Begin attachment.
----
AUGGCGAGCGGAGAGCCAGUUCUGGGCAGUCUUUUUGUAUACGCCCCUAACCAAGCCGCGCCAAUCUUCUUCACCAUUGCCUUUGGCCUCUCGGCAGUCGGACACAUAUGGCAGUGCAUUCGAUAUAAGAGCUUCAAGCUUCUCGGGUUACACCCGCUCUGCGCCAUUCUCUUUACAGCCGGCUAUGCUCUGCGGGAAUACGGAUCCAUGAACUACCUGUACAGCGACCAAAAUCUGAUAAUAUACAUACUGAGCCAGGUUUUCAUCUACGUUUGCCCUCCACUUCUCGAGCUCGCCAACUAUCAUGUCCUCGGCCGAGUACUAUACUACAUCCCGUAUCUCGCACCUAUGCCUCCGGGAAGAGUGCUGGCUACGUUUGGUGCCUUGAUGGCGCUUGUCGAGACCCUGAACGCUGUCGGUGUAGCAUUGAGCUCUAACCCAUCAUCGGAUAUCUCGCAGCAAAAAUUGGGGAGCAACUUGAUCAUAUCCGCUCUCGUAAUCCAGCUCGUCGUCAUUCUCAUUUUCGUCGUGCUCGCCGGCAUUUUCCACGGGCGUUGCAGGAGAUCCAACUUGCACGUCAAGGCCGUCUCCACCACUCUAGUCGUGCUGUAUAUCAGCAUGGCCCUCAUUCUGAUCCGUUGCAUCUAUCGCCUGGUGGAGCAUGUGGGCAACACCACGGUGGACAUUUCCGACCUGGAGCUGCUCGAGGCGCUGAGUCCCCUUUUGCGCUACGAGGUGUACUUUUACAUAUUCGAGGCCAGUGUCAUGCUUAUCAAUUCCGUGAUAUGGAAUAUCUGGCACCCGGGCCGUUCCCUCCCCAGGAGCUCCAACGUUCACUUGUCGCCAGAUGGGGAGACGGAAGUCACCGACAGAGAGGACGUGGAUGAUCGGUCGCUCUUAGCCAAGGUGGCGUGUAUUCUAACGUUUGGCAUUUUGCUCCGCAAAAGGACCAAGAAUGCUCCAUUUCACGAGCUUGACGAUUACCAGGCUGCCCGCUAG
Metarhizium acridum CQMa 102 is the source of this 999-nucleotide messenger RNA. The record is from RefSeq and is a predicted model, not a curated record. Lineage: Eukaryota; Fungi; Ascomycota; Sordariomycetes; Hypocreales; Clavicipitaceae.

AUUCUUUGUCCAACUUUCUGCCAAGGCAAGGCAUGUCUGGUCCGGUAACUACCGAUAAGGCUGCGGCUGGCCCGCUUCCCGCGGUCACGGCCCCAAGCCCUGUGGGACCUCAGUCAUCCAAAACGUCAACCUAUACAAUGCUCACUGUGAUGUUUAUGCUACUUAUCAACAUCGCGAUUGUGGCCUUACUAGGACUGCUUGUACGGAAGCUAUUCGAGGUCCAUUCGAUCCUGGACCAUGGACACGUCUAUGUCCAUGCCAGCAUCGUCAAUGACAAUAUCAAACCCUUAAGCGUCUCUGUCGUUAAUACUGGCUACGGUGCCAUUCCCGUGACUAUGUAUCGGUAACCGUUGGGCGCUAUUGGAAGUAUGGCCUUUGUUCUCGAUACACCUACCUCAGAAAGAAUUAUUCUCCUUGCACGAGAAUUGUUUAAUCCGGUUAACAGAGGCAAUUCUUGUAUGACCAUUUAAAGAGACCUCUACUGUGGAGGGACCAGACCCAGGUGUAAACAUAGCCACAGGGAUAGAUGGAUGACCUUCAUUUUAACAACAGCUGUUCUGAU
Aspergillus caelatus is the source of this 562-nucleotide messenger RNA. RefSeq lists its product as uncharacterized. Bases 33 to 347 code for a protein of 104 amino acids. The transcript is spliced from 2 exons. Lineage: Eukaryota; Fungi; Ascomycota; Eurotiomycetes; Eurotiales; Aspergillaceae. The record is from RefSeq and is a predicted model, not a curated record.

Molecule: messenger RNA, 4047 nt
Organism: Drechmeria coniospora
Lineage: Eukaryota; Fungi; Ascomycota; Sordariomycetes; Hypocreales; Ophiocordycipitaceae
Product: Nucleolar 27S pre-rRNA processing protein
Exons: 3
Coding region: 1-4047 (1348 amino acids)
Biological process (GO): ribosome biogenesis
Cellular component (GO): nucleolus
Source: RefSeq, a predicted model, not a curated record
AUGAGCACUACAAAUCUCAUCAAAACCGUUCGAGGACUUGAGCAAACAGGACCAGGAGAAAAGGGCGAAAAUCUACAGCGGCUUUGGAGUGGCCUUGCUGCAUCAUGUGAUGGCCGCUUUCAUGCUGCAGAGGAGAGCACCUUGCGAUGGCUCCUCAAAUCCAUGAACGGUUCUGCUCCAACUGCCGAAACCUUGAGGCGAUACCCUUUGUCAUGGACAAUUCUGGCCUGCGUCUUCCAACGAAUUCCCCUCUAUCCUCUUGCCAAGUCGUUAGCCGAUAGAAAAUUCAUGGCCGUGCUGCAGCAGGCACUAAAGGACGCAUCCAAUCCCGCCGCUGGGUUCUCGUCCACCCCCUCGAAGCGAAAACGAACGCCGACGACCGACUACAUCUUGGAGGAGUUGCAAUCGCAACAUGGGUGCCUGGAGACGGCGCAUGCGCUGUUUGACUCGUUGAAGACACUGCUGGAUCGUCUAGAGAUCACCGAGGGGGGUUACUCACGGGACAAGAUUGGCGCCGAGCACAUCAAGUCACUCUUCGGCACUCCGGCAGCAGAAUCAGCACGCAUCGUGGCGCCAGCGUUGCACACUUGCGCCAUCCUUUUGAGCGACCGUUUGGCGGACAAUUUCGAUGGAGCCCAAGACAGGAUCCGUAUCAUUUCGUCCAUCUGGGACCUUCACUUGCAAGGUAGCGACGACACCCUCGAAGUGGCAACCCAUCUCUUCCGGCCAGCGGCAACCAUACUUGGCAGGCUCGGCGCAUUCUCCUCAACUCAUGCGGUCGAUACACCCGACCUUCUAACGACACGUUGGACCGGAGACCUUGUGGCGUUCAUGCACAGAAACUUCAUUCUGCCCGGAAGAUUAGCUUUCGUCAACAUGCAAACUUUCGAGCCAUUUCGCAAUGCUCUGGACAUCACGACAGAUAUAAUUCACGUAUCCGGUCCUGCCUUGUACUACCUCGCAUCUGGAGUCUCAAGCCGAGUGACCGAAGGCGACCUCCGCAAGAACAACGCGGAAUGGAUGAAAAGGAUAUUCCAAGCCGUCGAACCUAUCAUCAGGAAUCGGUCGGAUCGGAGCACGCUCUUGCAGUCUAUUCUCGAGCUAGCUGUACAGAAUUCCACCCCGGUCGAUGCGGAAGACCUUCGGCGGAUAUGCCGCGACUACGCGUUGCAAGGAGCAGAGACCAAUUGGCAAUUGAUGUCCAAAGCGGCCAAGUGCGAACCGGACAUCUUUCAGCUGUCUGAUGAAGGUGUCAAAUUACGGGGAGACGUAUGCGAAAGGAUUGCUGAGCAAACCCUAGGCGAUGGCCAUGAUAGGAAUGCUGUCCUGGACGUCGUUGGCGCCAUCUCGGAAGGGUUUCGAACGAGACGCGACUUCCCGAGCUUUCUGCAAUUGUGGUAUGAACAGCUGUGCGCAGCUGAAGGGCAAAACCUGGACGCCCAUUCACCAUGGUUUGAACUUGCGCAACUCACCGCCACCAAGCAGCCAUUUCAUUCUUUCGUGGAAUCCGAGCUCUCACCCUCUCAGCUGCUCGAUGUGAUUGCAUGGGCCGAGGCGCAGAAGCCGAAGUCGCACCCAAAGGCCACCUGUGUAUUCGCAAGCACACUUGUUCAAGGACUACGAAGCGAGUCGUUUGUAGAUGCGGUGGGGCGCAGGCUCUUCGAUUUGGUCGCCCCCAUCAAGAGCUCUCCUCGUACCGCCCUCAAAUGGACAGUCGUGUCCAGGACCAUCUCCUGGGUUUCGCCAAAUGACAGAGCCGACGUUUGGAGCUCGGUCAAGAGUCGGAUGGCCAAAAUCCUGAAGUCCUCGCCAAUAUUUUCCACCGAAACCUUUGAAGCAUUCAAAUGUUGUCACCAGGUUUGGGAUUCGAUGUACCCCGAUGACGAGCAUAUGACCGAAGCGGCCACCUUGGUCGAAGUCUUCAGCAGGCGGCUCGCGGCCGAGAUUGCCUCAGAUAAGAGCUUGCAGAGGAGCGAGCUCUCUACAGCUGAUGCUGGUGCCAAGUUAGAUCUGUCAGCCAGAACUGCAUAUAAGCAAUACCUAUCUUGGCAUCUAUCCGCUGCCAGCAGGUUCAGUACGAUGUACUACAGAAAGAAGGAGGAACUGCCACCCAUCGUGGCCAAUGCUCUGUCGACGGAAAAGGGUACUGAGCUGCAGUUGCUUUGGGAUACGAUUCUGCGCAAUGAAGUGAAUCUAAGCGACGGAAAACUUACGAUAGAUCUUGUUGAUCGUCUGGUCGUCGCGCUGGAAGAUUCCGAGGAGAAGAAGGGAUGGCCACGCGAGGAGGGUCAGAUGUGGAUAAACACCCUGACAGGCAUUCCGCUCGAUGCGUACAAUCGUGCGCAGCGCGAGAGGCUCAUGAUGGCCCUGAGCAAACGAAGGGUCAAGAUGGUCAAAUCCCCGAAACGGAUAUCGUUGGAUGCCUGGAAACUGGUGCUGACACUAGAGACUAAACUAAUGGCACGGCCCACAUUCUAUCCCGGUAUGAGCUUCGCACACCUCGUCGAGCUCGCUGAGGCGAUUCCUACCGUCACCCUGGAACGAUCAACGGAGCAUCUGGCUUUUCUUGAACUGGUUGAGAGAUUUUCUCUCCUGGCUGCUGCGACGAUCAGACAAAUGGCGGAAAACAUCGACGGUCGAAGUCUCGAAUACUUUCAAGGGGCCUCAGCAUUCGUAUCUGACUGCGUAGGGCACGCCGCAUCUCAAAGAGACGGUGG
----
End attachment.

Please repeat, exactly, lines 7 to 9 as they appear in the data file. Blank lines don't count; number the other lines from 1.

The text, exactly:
Lineage: Eukaryota; Fungi; Ascomycota; Sordariomycetes; Hypocreales; Ophiocordycipitaceae
Product: Nucleolar 27S pre-rRNA processing protein
Exons: 3